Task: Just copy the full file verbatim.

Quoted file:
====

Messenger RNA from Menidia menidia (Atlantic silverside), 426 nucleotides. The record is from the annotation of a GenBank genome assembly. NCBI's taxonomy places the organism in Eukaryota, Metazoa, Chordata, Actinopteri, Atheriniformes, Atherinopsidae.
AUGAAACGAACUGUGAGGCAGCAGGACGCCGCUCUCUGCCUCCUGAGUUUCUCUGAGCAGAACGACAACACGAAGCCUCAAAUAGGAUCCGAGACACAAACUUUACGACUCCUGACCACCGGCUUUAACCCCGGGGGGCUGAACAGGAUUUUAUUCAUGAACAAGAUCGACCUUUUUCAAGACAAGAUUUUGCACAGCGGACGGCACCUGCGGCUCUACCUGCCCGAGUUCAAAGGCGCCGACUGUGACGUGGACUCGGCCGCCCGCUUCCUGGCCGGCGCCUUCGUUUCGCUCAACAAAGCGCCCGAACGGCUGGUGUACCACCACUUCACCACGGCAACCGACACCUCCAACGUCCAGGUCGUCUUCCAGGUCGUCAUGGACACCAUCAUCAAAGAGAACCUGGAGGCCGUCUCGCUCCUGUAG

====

Messenger RNA from Menidia menidia (Atlantic silverside), 426 nucleotides. The record is from the annotation of a GenBank genome assembly. NCBI's taxonomy places the organism in Eukaryota, Metazoa, Chordata, Actinopteri, Atheriniformes, Atherinopsidae.
AUGAAACGAACUGUGAGGCAGCAGGACGCCGCUCUCUGCCUCCUGAGUUUCUCUGAGCAGAACGACAACACGAAGCCUCAAAUAGGAUCCGAGACACAAACUUUACGACUCCUGACCACCGGCUUUAACCCCGGGGGGCUGAACAGGAUUUUAUUCAUGAACAAGAUCGACCUUUUUCAAGACAAGAUUUUGCACAGCGGACGGCACCUGCGGCUCUACCUGCCCGAGUUCAAAGGCGCCGACUGUGACGUGGACUCGGCCGCCCGCUUCCUGGCCGGCGCCUUCGUUUCGCUCAACAAAGCGCCCGAACGGCUGGUGUACCACCACUUCACCACGGCAACCGACACCUCCAACGUCCAGGUCGUCUUCCAGGUCGUCAUGGACACCAUCAUCAAAGAGAACCUGGAGGCCGUCUCGCUCCUGUAG